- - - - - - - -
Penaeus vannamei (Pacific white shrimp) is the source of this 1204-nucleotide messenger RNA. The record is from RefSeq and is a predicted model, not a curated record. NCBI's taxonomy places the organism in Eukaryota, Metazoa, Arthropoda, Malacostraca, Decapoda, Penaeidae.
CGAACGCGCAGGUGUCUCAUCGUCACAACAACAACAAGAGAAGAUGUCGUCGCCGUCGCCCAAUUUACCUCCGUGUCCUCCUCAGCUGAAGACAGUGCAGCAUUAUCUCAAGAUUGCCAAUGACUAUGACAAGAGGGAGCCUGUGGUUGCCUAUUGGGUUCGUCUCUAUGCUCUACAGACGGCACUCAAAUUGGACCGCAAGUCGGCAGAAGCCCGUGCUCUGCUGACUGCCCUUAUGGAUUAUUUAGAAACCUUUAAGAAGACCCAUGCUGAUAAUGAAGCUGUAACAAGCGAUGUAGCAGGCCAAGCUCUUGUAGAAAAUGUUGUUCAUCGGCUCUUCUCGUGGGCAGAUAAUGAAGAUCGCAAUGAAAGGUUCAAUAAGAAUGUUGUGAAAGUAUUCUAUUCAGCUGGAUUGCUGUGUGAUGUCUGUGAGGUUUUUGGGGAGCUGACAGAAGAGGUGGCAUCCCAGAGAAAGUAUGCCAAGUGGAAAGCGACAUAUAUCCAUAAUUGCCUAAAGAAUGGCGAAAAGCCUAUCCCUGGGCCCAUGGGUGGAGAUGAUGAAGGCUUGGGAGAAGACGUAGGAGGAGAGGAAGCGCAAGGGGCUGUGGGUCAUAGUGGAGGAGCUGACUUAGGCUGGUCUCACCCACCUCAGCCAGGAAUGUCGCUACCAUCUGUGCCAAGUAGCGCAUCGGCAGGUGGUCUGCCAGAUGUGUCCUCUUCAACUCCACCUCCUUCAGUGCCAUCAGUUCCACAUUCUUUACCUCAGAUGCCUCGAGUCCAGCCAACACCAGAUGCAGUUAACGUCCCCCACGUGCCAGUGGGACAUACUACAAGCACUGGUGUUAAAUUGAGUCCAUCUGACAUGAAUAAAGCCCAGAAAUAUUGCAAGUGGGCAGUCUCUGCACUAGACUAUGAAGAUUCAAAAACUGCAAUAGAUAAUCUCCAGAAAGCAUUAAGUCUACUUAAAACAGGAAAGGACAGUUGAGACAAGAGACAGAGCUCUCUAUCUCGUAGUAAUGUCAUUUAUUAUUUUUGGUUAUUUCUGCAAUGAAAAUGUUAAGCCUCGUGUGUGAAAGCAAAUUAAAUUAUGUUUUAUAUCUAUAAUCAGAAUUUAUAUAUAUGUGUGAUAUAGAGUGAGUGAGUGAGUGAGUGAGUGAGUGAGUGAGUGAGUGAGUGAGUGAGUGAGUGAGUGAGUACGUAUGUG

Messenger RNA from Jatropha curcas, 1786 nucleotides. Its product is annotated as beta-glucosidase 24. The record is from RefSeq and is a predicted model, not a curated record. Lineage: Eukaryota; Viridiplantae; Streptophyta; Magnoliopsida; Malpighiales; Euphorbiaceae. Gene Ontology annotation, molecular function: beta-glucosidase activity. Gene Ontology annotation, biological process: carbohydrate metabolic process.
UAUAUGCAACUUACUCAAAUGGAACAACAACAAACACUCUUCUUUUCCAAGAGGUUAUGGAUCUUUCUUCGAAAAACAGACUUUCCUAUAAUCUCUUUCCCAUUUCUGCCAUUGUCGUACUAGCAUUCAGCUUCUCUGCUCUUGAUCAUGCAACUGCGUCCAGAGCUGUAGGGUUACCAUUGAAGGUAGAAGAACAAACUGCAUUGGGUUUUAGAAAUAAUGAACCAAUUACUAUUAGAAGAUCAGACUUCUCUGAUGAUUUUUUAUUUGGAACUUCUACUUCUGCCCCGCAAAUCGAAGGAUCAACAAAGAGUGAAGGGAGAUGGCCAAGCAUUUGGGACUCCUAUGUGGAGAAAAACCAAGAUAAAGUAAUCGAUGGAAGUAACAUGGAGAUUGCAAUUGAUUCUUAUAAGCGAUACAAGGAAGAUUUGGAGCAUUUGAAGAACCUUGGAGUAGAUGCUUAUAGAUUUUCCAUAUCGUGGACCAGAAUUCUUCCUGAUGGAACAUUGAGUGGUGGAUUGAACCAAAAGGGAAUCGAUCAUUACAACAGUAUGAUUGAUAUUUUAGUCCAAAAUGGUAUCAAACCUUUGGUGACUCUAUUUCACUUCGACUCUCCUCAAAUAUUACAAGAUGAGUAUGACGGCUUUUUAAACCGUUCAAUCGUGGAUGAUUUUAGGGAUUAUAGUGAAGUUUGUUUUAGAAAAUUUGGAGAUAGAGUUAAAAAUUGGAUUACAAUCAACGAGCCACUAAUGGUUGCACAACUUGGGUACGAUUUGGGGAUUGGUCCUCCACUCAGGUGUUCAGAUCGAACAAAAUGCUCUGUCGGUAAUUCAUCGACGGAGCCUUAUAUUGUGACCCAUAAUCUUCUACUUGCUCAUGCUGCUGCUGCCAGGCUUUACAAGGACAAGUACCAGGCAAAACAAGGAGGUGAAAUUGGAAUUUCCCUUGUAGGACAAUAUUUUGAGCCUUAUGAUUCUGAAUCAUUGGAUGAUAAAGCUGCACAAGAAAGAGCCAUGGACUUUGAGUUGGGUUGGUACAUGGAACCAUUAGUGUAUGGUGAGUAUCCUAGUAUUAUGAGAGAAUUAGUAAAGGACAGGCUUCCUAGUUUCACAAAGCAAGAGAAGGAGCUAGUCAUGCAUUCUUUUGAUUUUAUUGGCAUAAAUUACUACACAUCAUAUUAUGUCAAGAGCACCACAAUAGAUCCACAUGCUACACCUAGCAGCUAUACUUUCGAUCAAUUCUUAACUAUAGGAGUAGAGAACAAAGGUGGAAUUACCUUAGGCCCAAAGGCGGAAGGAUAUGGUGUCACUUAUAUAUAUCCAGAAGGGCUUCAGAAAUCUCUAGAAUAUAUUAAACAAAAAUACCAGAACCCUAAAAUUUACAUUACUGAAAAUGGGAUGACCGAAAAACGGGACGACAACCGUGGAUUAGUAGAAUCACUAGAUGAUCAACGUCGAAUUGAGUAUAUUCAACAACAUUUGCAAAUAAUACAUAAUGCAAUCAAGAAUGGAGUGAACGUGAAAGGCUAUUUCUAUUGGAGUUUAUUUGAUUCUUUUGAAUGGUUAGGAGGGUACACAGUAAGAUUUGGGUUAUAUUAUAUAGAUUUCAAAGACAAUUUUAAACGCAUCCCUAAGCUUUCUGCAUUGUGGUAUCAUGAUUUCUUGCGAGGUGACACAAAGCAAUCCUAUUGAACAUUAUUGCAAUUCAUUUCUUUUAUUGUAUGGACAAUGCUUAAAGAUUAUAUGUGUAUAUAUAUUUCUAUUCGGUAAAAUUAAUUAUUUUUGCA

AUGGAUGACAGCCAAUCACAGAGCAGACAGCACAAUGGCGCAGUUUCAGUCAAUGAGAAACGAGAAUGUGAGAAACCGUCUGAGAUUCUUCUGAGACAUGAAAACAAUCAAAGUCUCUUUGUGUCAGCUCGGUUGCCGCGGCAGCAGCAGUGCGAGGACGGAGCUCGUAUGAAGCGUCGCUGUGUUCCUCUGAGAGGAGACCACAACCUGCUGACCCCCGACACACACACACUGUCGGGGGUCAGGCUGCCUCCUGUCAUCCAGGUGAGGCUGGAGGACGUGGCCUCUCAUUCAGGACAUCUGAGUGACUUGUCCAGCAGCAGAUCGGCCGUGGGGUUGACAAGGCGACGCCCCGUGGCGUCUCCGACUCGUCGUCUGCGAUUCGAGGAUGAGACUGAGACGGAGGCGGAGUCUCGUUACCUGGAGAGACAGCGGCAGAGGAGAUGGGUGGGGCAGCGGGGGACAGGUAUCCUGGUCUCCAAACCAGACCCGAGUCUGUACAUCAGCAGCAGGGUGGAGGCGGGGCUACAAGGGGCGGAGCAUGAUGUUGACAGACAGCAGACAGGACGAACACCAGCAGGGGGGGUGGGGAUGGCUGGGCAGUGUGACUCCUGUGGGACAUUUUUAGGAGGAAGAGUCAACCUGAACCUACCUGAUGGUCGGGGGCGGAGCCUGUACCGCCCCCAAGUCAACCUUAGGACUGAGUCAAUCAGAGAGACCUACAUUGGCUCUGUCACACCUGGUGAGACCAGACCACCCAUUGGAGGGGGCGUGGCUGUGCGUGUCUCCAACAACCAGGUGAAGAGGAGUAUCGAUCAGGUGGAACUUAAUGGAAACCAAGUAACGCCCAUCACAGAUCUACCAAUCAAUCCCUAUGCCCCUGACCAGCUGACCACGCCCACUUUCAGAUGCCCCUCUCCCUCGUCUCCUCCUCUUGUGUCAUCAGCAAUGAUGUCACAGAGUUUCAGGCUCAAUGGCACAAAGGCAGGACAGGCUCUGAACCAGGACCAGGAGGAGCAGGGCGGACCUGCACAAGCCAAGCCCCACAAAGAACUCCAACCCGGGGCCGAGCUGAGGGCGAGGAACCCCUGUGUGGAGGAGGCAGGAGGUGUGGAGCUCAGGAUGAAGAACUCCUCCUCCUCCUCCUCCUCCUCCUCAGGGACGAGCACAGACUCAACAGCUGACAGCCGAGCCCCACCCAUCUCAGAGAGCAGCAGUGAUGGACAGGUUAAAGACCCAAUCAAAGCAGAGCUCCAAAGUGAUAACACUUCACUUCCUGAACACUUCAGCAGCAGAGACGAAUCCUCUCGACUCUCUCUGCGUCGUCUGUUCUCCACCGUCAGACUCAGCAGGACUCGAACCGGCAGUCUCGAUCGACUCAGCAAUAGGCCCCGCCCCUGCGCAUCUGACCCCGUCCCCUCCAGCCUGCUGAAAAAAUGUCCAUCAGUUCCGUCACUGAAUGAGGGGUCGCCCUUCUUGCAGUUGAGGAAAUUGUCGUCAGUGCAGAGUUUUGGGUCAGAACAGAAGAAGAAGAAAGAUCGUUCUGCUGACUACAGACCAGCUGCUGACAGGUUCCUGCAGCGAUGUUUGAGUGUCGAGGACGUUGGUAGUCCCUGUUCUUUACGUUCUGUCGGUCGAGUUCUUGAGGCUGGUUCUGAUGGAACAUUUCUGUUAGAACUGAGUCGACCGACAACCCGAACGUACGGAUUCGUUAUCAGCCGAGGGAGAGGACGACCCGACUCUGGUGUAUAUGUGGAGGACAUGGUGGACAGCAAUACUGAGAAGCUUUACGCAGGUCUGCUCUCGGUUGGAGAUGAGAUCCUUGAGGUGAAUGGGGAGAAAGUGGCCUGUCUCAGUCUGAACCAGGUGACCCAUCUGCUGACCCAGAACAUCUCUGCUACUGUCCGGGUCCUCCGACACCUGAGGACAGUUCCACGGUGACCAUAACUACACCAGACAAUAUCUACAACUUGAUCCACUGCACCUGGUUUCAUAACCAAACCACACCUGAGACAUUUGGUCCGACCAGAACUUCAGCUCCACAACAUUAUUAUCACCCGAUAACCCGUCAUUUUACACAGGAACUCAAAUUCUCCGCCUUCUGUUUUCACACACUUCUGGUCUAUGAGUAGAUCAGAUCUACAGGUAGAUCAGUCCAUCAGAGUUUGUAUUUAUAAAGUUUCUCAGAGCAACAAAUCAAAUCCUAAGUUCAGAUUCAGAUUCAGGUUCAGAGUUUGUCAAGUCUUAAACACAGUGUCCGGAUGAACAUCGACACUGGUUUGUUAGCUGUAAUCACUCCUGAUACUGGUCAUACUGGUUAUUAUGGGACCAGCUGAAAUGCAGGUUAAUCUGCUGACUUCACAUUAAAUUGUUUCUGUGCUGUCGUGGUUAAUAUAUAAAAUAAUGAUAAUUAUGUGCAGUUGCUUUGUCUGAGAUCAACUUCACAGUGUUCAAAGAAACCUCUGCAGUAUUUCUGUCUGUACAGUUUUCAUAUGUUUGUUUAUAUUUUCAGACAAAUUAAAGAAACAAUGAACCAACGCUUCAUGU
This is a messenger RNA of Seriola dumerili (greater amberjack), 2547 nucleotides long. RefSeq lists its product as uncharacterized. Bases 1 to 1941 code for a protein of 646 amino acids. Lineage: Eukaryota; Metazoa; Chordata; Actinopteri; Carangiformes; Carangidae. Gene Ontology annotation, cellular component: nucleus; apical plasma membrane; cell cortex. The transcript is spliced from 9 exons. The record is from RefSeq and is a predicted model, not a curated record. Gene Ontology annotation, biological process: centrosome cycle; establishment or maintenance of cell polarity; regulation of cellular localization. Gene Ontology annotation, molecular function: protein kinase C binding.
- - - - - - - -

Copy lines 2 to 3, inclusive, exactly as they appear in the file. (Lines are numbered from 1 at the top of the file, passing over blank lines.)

CGAACGCGCAGGUGUCUCAUCGUCACAACAACAACAAGAGAAGAUGUCGUCGCCGUCGCCCAAUUUACCUCCGUGUCCUCCUCAGCUGAAGACAGUGCAGCAUUAUCUCAAGAUUGCCAAUGACUAUGACAAGAGGGAGCCUGUGGUUGCCUAUUGGGUUCGUCUCUAUGCUCUACAGACGGCACUCAAAUUGGACCGCAAGUCGGCAGAAGCCCGUGCUCUGCUGACUGCCCUUAUGGAUUAUUUAGAAACCUUUAAGAAGACCCAUGCUGAUAAUGAAGCUGUAACAAGCGAUGUAGCAGGCCAAGCUCUUGUAGAAAAUGUUGUUCAUCGGCUCUUCUCGUGGGCAGAUAAUGAAGAUCGCAAUGAAAGGUUCAAUAAGAAUGUUGUGAAAGUAUUCUAUUCAGCUGGAUUGCUGUGUGAUGUCUGUGAGGUUUUUGGGGAGCUGACAGAAGAGGUGGCAUCCCAGAGAAAGUAUGCCAAGUGGAAAGCGACAUAUAUCCAUAAUUGCCUAAAGAAUGGCGAAAAGCCUAUCCCUGGGCCCAUGGGUGGAGAUGAUGAAGGCUUGGGAGAAGACGUAGGAGGAGAGGAAGCGCAAGGGGCUGUGGGUCAUAGUGGAGGAGCUGACUUAGGCUGGUCUCACCCACCUCAGCCAGGAAUGUCGCUACCAUCUGUGCCAAGUAGCGCAUCGGCAGGUGGUCUGCCAGAUGUGUCCUCUUCAACUCCACCUCCUUCAGUGCCAUCAGUUCCACAUUCUUUACCUCAGAUGCCUCGAGUCCAGCCAACACCAGAUGCAGUUAACGUCCCCCACGUGCCAGUGGGACAUACUACAAGCACUGGUGUUAAAUUGAGUCCAUCUGACAUGAAUAAAGCCCAGAAAUAUUGCAAGUGGGCAGUCUCUGCACUAGACUAUGAAGAUUCAAAAACUGCAAUAGAUAAUCUCCAGAAAGCAUUAAGUCUACUUAAAACAGGAAAGGACAGUUGAGACAAGAGACAGAGCUCUCUAUCUCGUAGUAAUGUCAUUUAUUAUUUUUGGUUAUUUCUGCAAUGAAAAUGUUAAGCCUCGUGUGUGAAAGCAAAUUAAAUUAUGUUUUAUAUCUAUAAUCAGAAUUUAUAUAUAUGUGUGAUAUAGAGUGAGUGAGUGAGUGAGUGAGUGAGUGAGUGAGUGAGUGAGUGAGUGAGUGAGUGAGUGAGUACGUAUGUG

Messenger RNA from Jatropha curcas, 1786 nucleotides. Its product is annotated as beta-glucosidase 24. The record is from RefSeq and is a predicted model, not a curated record. Lineage: Eukaryota; Viridiplantae; Streptophyta; Magnoliopsida; Malpighiales; Euphorbiaceae. Gene Ontology annotation, molecular function: beta-glucosidase activity. Gene Ontology annotation, biological process: carbohydrate metabolic process.